We were up to D. spathulata at Barren Grounds. And growing right next to it in some places is the biggest CP you will find that is native to the Sydney Basin:
The Drosera binata at Barren Grounds is what the books call f. dichotoma. It is golden yellow, but can become tinged with red. The first leaves of the season are often the t-form, with forked leaves appearing later. I grow a form of D. binata called “Golden Giant” (different to Drosera binata ‘Giant’) that does something similar – in fact, that clone took several years to get beyond the t-form leaves when I brought it ex tissue culture. In the wild, f. dichotoma grows freely from its roots, and one plant will go on to produce several clumps. As the growth points are concealed under the layer of litter on the surface, it is spectacular seeing the plants poking their first leaves up. They look like a loose forest of deer antlers before they produce their clumped appearance.
I was stunned, but not surprised, to see Sphagnum moss here! Unlike Sphagnum cristatum bogs here in Canberra, this species does not form dense hummocks, and appears more to rammet through the litter. This species is probably Sphagnum australe.
There are nice butterflies to be seen here, but it is still very early in the season. All that were out during my visit were Australian Painted Ladies (Vanessa kershawi). This is a distinct butterfly to the Painted Lady of the Northern Hemisphere (Vanessa cardui). In a few weeks, there should be Cyril’s Browns (Argynnina cyrila) should be out in this area, and a few weeks later again the first Common Browns (Heteronympha merope) and Swordgrass Browns (Tisiphone abeona abeona). In midsummer, the Macleay’s Swallowtail (Graphium macleayanum macleayanum) will be common along the top of the escarpment. I also suspect there will be Pseudalmenus chlorinda along the escarpment, as is the case at the nearby Mount Kembla.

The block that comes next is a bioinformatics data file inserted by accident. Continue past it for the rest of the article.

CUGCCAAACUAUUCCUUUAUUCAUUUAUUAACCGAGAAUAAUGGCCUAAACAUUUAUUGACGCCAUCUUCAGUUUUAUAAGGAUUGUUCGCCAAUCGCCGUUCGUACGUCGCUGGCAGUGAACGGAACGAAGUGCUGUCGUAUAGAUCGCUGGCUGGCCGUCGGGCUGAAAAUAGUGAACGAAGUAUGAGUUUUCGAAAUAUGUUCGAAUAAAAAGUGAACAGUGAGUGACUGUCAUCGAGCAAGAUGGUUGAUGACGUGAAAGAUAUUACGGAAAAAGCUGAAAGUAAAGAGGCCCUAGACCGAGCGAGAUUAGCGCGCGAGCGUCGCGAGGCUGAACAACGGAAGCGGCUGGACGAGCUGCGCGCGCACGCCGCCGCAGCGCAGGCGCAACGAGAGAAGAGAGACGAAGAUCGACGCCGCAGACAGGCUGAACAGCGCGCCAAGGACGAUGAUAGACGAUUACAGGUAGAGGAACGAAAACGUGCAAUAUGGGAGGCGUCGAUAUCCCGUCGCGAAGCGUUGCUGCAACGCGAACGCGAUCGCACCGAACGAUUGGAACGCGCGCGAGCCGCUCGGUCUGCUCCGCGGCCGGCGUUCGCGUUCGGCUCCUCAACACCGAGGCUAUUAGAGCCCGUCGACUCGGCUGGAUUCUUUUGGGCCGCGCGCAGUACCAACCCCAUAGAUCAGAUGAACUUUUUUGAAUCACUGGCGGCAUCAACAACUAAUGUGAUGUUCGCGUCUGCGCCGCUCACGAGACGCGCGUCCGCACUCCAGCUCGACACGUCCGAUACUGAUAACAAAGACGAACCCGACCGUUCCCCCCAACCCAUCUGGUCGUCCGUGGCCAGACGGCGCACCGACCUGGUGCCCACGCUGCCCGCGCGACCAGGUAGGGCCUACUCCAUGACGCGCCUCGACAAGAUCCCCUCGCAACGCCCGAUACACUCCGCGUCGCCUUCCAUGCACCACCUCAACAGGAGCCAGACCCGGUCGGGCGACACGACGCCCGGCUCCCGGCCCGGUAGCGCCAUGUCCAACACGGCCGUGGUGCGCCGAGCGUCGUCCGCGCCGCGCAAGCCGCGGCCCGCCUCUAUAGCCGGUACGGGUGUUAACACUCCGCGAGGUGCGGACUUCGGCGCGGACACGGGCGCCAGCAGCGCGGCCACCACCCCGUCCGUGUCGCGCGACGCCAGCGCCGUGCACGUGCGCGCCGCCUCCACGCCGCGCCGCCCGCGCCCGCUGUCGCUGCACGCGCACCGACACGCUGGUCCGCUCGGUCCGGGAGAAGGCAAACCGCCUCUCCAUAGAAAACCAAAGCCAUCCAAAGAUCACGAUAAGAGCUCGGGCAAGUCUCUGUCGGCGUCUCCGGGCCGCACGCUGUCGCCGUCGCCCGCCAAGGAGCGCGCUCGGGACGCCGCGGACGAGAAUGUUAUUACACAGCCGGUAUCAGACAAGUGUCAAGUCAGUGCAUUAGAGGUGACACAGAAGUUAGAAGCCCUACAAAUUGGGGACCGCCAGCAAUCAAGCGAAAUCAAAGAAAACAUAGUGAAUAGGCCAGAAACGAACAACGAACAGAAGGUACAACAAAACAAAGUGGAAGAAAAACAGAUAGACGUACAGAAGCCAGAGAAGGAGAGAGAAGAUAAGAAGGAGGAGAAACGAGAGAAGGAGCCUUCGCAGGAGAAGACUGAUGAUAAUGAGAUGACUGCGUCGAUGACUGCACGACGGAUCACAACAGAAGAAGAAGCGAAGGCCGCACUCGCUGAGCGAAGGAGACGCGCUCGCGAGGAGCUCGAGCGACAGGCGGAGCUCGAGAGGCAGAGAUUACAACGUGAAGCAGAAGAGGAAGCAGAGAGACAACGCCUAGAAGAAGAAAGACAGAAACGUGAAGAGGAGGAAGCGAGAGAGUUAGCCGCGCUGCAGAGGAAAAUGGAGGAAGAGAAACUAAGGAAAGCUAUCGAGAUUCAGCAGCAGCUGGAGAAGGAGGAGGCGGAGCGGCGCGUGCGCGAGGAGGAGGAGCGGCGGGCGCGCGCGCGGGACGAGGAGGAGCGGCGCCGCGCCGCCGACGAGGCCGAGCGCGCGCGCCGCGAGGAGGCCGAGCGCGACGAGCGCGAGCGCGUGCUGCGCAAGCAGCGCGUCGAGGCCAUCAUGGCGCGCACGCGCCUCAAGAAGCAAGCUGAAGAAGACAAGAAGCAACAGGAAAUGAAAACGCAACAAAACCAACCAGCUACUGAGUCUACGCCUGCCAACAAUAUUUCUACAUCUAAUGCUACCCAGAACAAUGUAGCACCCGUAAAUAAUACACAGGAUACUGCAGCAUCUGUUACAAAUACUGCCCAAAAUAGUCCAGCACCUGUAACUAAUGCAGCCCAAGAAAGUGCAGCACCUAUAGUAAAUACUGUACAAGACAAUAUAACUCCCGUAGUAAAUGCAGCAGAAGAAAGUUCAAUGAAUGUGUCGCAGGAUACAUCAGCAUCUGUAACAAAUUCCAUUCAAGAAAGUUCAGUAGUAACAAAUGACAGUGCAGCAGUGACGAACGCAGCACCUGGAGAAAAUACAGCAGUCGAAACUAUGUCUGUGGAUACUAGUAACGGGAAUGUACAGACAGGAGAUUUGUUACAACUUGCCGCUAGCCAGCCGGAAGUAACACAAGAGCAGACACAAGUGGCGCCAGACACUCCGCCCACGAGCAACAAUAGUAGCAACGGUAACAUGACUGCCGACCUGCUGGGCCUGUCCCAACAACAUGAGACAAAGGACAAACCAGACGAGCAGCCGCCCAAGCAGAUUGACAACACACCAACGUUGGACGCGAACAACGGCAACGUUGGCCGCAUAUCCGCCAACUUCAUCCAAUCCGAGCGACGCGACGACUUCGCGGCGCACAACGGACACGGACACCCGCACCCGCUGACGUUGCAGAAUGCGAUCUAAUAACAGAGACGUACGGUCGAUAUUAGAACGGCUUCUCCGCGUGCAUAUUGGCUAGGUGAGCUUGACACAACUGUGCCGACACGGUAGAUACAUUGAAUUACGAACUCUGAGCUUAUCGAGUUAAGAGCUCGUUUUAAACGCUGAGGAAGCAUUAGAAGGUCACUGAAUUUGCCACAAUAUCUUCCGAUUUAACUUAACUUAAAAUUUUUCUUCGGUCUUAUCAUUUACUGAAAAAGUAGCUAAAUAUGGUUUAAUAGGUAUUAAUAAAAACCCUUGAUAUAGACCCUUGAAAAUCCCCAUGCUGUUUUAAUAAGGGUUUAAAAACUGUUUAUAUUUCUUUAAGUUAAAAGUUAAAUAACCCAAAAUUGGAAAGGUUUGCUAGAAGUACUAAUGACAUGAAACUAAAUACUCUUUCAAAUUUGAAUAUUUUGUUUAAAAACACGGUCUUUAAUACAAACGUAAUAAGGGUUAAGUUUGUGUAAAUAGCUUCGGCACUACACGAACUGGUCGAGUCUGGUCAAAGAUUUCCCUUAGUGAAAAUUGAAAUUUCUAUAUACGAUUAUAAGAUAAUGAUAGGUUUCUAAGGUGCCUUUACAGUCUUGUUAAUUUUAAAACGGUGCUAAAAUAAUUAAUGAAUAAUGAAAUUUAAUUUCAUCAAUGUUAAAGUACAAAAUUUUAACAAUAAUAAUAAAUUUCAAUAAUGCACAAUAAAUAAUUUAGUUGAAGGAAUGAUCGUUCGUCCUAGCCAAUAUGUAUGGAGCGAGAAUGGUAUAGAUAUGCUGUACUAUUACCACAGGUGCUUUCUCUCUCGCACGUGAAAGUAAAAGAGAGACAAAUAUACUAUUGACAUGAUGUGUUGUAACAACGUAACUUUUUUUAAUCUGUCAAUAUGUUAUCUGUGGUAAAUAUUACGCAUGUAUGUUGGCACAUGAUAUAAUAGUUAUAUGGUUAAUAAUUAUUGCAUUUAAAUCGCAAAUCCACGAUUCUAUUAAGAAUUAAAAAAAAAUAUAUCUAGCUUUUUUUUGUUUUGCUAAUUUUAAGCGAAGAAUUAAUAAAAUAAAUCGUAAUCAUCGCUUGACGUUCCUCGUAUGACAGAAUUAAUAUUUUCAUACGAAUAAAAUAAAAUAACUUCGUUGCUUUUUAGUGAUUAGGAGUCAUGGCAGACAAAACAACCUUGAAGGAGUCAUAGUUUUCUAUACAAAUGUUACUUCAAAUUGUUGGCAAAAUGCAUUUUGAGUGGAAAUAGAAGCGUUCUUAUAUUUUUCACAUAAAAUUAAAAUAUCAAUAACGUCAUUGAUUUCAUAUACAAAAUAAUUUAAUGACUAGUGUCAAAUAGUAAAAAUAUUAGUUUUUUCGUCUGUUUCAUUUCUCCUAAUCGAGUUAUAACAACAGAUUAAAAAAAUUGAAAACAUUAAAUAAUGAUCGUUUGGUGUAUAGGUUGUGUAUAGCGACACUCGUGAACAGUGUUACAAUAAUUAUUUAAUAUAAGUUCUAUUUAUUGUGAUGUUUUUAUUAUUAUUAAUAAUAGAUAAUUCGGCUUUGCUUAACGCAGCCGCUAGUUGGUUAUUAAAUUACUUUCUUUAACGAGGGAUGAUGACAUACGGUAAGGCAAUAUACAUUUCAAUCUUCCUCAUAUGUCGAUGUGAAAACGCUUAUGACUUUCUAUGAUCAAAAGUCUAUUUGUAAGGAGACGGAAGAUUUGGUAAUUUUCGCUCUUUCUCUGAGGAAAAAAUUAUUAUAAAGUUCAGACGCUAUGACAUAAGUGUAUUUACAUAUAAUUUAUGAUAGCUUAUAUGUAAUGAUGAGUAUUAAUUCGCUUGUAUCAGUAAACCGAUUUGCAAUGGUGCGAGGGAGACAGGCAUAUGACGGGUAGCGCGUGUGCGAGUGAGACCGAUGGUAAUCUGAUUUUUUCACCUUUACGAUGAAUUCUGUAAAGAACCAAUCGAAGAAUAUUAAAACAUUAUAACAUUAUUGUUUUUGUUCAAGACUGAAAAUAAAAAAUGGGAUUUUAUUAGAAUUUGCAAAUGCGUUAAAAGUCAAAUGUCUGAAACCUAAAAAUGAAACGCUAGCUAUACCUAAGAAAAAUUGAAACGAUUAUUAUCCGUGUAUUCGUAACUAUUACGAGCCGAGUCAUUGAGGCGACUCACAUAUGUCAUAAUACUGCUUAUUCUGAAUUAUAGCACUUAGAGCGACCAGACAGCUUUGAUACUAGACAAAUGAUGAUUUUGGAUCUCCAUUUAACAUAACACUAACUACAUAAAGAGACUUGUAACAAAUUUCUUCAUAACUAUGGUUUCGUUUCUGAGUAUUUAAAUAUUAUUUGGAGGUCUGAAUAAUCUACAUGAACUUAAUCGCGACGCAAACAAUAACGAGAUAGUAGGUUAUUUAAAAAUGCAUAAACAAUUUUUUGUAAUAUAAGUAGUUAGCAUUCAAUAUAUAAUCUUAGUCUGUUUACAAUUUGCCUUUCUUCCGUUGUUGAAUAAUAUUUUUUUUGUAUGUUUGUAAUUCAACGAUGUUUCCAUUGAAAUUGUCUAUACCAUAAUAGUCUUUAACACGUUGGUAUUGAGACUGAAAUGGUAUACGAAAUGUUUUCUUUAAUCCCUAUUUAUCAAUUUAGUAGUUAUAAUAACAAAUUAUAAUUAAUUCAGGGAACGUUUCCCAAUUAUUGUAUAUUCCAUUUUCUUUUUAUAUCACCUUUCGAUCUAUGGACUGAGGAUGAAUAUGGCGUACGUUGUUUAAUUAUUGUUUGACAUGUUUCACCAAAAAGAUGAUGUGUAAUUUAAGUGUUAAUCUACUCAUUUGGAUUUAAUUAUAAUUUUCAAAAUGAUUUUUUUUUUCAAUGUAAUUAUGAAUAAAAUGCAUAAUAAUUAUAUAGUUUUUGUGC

Eastern spinebill, Acanthorhynchus tenuirostris
Barren Grounds is heaving with a great diversity of birds. My companion on this trip was David Rees, stored product entomologist extraordinaire and consummate birder. I know nothing about birds, so it was great to have someone experienced with me. I really wanted to see a Southern Emu Wren, a seriously skulky little bird that specialises in hiding in low heath and flying as little as possible. They have a very high pitched call, which I can hear ok, but many people can not. We heard perhaps three birds, and managed to get a brief look at one from some distance away (no photos sadly). David also got good video of the threatened Eastern Bristlebird. I tried my hand at bird photography, but I don’t have a good lens for it and stuck to macro (which was very challenging given the poor light).
Rather than post my bad pictures here, I recommend anyone who is interested in birds check out David’s Vimeo page (coming soon).